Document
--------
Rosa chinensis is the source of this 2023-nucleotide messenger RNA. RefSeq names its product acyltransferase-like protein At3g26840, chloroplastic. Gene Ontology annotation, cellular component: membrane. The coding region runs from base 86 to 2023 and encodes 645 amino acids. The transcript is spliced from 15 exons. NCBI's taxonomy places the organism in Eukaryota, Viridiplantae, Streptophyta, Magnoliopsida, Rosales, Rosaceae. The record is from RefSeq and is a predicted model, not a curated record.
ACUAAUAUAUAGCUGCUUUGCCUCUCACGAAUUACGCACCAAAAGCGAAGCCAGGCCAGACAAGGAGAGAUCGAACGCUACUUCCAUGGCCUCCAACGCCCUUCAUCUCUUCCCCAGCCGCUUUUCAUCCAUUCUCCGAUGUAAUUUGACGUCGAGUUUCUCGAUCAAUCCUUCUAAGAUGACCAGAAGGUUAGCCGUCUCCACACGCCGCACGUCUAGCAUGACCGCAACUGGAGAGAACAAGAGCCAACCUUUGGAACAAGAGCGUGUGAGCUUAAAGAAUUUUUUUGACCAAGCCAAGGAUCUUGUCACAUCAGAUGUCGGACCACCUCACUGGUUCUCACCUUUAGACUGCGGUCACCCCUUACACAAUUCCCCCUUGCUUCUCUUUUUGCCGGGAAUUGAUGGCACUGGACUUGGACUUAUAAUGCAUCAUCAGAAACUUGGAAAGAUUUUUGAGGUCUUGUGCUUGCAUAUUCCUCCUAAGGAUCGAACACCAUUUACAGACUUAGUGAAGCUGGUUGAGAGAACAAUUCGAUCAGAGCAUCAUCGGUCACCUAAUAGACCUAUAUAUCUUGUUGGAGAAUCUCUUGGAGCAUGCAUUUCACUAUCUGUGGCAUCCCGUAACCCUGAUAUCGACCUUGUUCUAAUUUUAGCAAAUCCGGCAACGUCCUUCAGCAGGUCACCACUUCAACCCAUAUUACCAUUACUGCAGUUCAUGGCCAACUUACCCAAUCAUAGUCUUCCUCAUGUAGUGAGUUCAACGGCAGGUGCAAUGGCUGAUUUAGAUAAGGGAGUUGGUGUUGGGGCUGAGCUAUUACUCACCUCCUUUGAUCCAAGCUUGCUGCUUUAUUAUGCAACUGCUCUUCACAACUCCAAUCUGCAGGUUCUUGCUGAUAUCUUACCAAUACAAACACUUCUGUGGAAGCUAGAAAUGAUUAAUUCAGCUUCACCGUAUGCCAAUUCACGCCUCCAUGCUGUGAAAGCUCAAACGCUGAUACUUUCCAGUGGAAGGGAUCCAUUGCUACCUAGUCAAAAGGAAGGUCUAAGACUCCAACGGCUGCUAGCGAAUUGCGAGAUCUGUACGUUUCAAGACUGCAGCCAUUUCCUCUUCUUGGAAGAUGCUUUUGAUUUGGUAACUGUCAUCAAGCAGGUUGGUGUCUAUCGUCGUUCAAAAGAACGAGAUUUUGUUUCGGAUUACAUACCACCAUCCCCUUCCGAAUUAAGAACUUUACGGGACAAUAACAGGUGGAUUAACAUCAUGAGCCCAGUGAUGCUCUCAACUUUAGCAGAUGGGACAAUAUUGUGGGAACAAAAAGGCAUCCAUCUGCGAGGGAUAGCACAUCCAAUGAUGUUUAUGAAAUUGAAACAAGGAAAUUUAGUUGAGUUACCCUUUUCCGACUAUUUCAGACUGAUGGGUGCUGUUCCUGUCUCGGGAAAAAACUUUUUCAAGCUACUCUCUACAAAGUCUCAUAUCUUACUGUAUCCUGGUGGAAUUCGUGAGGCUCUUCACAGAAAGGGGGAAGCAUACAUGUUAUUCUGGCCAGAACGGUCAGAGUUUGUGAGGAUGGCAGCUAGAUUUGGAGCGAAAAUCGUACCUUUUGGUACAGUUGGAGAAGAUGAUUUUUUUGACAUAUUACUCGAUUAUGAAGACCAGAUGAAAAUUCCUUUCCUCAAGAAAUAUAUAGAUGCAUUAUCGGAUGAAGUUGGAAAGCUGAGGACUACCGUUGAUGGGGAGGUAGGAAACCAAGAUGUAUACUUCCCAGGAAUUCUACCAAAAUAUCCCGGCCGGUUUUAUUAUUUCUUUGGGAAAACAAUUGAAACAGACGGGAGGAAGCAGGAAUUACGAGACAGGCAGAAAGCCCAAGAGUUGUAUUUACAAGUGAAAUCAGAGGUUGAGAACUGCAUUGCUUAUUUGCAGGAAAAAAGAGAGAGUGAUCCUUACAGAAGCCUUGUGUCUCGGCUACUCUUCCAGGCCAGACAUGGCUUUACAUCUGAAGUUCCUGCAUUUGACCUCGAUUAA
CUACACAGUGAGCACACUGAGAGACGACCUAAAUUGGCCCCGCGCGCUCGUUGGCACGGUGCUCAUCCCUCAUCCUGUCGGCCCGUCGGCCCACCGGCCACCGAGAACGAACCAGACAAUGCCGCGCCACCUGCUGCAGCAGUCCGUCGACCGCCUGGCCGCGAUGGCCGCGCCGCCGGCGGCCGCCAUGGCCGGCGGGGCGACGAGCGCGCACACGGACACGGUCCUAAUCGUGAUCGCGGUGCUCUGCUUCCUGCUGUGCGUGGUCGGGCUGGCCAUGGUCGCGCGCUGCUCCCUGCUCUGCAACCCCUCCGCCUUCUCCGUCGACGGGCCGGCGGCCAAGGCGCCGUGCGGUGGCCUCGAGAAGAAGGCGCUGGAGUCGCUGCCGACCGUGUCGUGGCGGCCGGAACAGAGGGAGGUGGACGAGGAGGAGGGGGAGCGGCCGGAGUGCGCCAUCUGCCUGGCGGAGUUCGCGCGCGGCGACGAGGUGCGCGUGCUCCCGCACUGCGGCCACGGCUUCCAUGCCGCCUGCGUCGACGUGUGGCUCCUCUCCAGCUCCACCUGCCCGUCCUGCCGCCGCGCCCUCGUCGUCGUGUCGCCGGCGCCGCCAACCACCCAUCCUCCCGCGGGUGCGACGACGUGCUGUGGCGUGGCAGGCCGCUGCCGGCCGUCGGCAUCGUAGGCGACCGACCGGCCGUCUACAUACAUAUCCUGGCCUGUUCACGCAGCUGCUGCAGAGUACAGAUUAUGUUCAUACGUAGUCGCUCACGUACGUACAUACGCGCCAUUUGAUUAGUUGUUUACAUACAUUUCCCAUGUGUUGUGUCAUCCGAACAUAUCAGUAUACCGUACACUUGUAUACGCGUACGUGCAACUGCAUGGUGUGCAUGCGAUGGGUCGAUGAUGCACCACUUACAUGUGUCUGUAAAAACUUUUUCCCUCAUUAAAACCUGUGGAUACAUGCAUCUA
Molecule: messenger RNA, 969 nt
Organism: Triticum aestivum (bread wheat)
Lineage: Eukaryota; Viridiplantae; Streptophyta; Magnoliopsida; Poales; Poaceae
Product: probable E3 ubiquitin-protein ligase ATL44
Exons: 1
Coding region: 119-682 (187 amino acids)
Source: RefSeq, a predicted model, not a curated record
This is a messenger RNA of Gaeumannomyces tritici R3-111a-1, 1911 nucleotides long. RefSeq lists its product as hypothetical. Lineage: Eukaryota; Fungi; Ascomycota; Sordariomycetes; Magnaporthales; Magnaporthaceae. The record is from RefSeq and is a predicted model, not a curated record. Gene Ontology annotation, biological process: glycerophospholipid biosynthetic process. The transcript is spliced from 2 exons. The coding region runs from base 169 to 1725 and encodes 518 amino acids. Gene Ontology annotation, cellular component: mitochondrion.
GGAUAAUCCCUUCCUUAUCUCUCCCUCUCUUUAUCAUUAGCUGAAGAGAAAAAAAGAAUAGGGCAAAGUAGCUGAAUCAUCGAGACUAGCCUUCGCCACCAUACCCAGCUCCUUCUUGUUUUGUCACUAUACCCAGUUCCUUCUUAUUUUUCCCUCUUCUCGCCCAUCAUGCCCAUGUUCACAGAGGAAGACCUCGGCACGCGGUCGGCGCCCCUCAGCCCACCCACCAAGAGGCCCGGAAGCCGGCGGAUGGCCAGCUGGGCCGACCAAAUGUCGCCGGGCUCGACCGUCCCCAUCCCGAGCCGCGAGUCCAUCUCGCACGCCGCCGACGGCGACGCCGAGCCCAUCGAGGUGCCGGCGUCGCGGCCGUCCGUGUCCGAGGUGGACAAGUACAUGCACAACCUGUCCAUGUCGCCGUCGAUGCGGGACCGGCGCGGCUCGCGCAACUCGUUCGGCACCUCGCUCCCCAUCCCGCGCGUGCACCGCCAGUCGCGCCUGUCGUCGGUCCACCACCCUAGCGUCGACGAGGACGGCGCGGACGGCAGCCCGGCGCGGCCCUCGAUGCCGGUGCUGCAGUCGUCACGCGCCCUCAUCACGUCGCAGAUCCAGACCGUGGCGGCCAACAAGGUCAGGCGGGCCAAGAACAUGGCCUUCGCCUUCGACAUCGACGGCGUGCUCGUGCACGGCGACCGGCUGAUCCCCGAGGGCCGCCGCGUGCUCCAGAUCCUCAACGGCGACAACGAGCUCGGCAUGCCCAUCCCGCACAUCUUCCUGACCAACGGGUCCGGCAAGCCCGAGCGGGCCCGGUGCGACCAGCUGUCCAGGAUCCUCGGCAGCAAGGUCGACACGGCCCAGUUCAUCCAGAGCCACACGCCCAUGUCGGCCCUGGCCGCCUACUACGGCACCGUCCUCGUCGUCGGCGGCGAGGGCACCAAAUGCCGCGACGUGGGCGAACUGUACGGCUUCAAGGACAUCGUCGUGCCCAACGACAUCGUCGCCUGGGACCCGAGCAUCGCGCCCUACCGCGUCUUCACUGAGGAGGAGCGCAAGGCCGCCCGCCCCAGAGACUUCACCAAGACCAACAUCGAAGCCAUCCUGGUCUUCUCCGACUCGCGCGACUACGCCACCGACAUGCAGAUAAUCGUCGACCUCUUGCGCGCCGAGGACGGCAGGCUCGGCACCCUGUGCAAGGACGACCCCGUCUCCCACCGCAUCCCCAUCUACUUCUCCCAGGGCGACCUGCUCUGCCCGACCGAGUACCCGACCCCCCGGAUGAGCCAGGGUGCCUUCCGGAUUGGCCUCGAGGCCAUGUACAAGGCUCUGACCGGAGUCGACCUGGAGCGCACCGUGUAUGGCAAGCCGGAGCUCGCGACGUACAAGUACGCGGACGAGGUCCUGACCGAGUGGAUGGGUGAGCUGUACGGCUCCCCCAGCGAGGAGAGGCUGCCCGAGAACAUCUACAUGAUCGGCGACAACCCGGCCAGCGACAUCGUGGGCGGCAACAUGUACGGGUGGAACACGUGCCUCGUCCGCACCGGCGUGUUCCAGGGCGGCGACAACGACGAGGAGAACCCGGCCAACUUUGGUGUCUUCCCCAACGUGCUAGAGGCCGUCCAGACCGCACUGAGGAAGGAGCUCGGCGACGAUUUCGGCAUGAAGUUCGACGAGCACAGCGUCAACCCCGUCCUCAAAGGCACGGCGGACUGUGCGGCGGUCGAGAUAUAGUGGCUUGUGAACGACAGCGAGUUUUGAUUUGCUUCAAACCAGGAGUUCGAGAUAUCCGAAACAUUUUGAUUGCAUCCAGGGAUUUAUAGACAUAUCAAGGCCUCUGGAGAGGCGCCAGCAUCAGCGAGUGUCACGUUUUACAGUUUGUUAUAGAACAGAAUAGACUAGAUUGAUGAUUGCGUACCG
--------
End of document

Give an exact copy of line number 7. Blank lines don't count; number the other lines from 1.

Product: probable E3 ubiquitin-protein ligase ATL44